Monday, 20 July 2015

July 20th Cley

Reed Bunting
If you struggle with your wading birds, your not alone. Although I consider myself good enough to ID waders with a reasonable level of confidence, now and then it is good to be surrounded with other birders in a hide for a second opinion. My mum on the other hand, needs all the help she can get. Waders vary a lot in plumage at this time of year, with each individual looking different to another of the same species. At least today at Cley, the waders are at decent enough range that our binoculars can pick out the details and my scope is also on hand for an even clearer view. My camera was a bit hit and miss due to distance and heat haze, but are good enough to ID with.

While looking out of the hides, the easiest birds to pick out were the ones that are white. Instantly drawing your attention were the eight sleepy spoonbills on one of the islands. They are so big and white that you can not mistake them for anything else. Beneath their long legs, the ground was black and white. Avocets were keeping them company. Meanwhile, close to the hide, was a little egret fishing while looking elegant in its breeding plumage with its plumes waving in the breeze.

Avocets with a Spoonbill
Juvenile Avocet
Little Egret
Next island to the left of 'Avocet Island' was an island covered in red plumaged birds with long beaks and legs. These were black-tailed godwits. Most of them were still looking smart in their brick-red breeding plumage, even if they were too tired to show it off to us this afternoon.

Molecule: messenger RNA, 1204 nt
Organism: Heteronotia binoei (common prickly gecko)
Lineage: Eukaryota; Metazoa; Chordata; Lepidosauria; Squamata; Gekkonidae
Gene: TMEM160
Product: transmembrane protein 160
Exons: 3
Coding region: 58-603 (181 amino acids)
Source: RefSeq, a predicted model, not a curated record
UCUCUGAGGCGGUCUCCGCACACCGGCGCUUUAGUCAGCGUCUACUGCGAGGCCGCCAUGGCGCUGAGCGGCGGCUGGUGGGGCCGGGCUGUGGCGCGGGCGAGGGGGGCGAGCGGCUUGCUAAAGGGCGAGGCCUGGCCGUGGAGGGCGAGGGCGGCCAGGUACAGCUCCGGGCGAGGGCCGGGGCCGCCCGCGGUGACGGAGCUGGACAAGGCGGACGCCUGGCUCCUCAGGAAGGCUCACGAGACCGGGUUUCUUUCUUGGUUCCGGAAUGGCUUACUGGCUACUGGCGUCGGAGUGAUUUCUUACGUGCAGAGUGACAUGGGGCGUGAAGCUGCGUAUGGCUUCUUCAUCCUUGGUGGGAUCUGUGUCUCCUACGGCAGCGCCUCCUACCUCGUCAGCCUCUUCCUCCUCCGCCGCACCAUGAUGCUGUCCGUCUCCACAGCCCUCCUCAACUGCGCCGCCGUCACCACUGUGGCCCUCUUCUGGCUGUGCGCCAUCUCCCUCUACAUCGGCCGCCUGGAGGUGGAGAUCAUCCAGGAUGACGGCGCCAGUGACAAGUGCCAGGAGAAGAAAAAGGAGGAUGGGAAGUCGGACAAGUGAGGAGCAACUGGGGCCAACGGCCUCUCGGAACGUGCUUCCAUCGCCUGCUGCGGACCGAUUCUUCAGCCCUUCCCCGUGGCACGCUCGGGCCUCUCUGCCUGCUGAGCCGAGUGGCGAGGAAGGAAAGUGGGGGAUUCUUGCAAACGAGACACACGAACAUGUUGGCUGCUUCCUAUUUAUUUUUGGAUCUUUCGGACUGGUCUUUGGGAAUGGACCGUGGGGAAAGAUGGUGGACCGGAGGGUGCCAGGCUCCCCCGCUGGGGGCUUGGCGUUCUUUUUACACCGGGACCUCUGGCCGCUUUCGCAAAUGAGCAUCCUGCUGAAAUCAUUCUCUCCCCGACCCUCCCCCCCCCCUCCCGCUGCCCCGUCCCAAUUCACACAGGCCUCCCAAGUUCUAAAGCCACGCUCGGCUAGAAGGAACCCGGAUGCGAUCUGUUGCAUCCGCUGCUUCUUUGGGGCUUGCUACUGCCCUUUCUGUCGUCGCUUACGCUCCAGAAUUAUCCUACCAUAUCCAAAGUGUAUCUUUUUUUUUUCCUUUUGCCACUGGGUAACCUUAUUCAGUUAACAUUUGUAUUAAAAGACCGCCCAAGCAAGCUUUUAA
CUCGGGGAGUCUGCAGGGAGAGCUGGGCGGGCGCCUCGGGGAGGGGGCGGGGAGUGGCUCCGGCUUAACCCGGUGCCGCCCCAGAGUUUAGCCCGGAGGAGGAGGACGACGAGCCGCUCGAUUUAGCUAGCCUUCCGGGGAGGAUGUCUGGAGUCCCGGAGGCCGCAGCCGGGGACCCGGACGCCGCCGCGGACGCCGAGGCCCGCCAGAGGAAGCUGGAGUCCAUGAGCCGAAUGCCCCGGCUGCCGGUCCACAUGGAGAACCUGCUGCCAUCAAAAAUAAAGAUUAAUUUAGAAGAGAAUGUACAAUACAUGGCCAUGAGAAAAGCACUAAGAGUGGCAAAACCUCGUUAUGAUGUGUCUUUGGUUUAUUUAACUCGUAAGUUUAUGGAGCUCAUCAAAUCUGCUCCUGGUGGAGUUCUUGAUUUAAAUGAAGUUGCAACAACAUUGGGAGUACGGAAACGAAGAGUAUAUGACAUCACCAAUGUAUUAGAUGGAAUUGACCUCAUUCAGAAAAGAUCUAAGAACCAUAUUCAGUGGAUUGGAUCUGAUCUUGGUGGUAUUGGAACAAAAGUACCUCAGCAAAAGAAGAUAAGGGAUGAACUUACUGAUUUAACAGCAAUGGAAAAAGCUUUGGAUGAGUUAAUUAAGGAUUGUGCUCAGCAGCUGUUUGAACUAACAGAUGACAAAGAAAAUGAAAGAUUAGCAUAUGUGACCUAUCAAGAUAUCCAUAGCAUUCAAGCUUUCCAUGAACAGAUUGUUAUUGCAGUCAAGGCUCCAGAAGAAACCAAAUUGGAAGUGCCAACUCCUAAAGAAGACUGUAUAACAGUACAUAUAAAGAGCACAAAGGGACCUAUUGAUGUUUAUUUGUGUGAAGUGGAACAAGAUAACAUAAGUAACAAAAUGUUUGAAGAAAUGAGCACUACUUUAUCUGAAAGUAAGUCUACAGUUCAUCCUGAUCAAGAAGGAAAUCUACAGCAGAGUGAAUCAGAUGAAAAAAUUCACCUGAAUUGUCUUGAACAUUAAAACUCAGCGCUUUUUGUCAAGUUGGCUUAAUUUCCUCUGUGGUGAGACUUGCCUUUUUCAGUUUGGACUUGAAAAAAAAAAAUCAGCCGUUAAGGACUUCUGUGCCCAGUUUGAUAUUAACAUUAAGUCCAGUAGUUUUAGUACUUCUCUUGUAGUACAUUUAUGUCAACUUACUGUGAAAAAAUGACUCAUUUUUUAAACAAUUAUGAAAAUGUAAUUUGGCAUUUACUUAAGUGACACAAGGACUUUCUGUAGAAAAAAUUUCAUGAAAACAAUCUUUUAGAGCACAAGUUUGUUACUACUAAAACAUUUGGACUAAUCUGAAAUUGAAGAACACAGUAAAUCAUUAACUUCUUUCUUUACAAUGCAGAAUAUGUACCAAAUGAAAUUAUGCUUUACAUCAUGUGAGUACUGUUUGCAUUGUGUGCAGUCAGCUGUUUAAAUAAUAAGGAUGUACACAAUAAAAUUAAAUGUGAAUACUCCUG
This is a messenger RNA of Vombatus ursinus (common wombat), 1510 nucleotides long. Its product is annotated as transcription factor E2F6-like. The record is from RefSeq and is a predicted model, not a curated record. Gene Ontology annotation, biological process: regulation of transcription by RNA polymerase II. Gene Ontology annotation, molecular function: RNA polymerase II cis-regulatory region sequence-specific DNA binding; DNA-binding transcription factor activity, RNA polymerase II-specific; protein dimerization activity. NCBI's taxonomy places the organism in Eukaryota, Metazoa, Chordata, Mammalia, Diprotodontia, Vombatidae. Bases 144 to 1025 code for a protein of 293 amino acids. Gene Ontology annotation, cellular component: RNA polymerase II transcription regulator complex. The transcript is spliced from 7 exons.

'Godwit Island'
Black-tailed Godwits with Great Black-backed Gull
Other easliy recognisable waders we can see out on the scrapes today were; lapwings which are green with a long, thin crest on its head, dunlin which are small and dumpy birds with black bellies and the black and white oystercatchers with their long orange bills. With a little more observation and you can pick out the ruffs and greenshanks from the crowd. The ruffs all look different from each other at the moment and look rather patchy, but this patchy-ness in their plumage can help tell you that it is a ruff and not a redshank. The greenshanks, meanwhile, are big with grey-green legs, dark grey back, white underparts, a pale but streaky head and neck and a long, slightly upturned beak.

Common Sandpiper
One of the trickiest groups are the sandpipers. Today, we were fortunate to see three species on the scrapes; Common, Green and Wood. They bob their tails uncontrollably, which is characteristic of a sandpiper. With these three species, I have a good tip to help you remember them. All three are different in sizes and I remember them through 'Godilocks and the three bears. The common sandpiper is the smallest (Baby Bear) and has a white crescent in front of the wing. The green sandpiper is medium sized (Mummy Bear) and is white-speckled, dark grey-brown above with a bright white belly and greenish legs. And finally, the wood sandpiper is the biggest (Daddy Bear) of the three and has a cream-spotted, brown back with long yellow or orange legs. The wood sandpiper is the scarcer of the three and is one of the few waders that nest up in trees.
Green Sandpiper (from last year)
Wood Sandpiper
Wood Sandpiper (again)

All the waders then suddenly took up to the air at once and scattered back down to the scrape, making them look even busier than they were before.

If you love gulls, then you may like this little gull. These gulls are like tiny versions of black-headed gulls. When they fly, take a look at the underwings, which can be black or smudgy-grey. It is something that can stand out easily if seen well.

Little Gull
Finally, here is one final wader for you. It is a juvenile little ringed plover. At least I think it is. Juvenile ringed and little ringed plovers can be hard to tell apart. The eye-ring and the black bill does make me think it is a juvenile little ringed plover though.
Juvenile Little Ringed Plover

Either Sea Bindweed or Field Bindweed (not sure)

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